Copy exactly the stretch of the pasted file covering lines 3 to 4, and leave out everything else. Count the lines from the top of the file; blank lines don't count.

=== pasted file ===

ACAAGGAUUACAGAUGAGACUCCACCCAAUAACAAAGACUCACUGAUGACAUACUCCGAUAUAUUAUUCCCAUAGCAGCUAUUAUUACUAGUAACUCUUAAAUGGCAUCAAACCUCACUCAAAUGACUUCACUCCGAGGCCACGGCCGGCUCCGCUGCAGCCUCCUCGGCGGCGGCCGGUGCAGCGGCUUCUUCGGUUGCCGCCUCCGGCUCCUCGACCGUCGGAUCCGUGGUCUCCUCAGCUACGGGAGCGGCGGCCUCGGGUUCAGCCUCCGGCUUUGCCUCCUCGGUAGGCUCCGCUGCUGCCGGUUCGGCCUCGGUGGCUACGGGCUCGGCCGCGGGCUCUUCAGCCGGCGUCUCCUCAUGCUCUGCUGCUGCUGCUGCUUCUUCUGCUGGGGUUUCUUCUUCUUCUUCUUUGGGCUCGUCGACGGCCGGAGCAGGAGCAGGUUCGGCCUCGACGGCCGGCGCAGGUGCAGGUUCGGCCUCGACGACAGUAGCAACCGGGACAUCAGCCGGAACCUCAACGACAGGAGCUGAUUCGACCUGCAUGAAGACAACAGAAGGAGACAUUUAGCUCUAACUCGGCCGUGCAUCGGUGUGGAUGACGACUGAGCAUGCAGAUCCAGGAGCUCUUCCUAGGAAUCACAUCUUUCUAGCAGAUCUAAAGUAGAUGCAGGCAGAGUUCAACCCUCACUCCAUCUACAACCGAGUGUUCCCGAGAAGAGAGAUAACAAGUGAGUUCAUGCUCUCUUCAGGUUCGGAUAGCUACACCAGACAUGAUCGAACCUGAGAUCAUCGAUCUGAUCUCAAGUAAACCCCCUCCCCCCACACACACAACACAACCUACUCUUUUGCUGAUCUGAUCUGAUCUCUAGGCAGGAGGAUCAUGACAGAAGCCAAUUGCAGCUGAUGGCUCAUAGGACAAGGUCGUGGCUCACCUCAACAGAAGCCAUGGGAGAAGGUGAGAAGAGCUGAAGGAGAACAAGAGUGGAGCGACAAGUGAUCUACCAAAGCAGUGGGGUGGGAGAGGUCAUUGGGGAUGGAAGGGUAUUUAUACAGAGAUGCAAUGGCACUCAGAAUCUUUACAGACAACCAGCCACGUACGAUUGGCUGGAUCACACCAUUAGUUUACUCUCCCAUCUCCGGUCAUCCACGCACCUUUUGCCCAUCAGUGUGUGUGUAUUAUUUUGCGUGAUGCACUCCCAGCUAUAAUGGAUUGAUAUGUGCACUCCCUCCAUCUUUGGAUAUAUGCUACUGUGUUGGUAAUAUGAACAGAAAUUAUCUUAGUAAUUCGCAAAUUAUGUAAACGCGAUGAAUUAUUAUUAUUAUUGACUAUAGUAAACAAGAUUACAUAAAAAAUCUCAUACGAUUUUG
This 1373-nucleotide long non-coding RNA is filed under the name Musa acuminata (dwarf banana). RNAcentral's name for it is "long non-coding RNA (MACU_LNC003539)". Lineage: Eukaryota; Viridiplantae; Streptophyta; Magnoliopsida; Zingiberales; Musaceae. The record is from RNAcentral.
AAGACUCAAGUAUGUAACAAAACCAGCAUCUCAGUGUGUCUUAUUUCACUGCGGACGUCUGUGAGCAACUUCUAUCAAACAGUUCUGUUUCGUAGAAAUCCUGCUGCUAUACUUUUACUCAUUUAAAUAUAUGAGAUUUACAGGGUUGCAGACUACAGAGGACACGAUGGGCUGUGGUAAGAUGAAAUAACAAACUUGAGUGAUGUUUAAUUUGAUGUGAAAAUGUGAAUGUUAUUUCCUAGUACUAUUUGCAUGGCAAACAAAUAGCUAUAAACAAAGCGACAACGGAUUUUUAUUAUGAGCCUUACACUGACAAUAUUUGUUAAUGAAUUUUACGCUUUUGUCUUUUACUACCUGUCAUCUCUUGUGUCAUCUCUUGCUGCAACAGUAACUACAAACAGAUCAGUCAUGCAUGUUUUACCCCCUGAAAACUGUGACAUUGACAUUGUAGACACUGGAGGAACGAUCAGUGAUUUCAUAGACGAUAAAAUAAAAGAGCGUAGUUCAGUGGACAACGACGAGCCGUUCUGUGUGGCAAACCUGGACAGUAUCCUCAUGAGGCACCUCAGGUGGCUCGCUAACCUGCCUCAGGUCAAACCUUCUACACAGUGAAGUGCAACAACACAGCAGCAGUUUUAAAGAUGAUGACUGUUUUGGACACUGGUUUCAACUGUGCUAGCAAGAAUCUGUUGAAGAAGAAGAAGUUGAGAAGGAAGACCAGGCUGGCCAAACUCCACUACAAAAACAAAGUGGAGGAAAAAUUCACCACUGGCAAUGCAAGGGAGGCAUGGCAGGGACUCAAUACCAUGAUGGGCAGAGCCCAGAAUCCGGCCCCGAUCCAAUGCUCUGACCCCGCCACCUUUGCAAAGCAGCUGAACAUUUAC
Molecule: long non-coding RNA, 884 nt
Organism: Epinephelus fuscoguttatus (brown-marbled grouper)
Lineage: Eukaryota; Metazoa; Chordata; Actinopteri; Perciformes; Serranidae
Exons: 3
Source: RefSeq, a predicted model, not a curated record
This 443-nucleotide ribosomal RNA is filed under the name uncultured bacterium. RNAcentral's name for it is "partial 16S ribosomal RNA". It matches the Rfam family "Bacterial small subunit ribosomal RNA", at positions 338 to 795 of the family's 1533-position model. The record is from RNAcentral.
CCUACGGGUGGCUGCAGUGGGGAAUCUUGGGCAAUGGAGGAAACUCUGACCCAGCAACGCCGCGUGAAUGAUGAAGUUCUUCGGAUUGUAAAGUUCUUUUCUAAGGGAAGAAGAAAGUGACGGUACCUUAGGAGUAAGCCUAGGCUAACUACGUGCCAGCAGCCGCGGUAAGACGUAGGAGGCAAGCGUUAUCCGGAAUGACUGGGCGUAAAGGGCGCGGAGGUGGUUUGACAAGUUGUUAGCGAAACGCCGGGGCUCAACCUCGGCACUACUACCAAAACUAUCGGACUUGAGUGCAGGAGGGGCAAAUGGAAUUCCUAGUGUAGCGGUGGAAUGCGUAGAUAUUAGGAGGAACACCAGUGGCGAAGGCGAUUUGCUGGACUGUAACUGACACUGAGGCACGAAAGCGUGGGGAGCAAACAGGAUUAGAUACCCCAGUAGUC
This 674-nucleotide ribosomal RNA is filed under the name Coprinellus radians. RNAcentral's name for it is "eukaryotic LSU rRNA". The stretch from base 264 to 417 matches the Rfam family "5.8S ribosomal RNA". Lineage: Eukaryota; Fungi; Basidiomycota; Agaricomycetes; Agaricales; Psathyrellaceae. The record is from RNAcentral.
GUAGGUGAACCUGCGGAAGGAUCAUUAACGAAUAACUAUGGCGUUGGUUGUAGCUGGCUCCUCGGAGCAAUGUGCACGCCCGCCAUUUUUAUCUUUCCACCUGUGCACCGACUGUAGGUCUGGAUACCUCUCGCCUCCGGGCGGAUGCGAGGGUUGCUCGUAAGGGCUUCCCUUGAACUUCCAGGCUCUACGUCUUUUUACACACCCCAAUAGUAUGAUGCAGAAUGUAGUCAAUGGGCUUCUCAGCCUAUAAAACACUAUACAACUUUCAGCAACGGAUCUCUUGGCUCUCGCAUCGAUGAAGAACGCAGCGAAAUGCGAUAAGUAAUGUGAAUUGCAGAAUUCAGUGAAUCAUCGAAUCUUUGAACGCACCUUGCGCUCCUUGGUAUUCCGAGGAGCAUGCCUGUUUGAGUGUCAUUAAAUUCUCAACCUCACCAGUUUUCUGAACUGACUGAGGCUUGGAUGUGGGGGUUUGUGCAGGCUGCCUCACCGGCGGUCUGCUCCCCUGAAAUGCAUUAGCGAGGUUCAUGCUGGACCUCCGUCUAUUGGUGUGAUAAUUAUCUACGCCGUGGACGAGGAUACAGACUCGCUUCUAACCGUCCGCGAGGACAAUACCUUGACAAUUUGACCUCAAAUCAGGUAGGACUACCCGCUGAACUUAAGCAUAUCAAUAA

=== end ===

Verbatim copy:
AAGACUCAAGUAUGUAACAAAACCAGCAUCUCAGUGUGUCUUAUUUCACUGCGGACGUCUGUGAGCAACUUCUAUCAAACAGUUCUGUUUCGUAGAAAUCCUGCUGCUAUACUUUUACUCAUUUAAAUAUAUGAGAUUUACAGGGUUGCAGACUACAGAGGACACGAUGGGCUGUGGUAAGAUGAAAUAACAAACUUGAGUGAUGUUUAAUUUGAUGUGAAAAUGUGAAUGUUAUUUCCUAGUACUAUUUGCAUGGCAAACAAAUAGCUAUAAACAAAGCGACAACGGAUUUUUAUUAUGAGCCUUACACUGACAAUAUUUGUUAAUGAAUUUUACGCUUUUGUCUUUUACUACCUGUCAUCUCUUGUGUCAUCUCUUGCUGCAACAGUAACUACAAACAGAUCAGUCAUGCAUGUUUUACCCCCUGAAAACUGUGACAUUGACAUUGUAGACACUGGAGGAACGAUCAGUGAUUUCAUAGACGAUAAAAUAAAAGAGCGUAGUUCAGUGGACAACGACGAGCCGUUCUGUGUGGCAAACCUGGACAGUAUCCUCAUGAGGCACCUCAGGUGGCUCGCUAACCUGCCUCAGGUCAAACCUUCUACACAGUGAAGUGCAACAACACAGCAGCAGUUUUAAAGAUGAUGACUGUUUUGGACACUGGUUUCAACUGUGCUAGCAAGAAUCUGUUGAAGAAGAAGAAGUUGAGAAGGAAGACCAGGCUGGCCAAACUCCACUACAAAAACAAAGUGGAGGAAAAAUUCACCACUGGCAAUGCAAGGGAGGCAUGGCAGGGACUCAAUACCAUGAUGGGCAGAGCCCAGAAUCCGGCCCCGAUCCAAUGCUCUGACCCCGCCACCUUUGCAAAGCAGCUGAACAUUUAC
Molecule: long non-coding RNA, 884 nt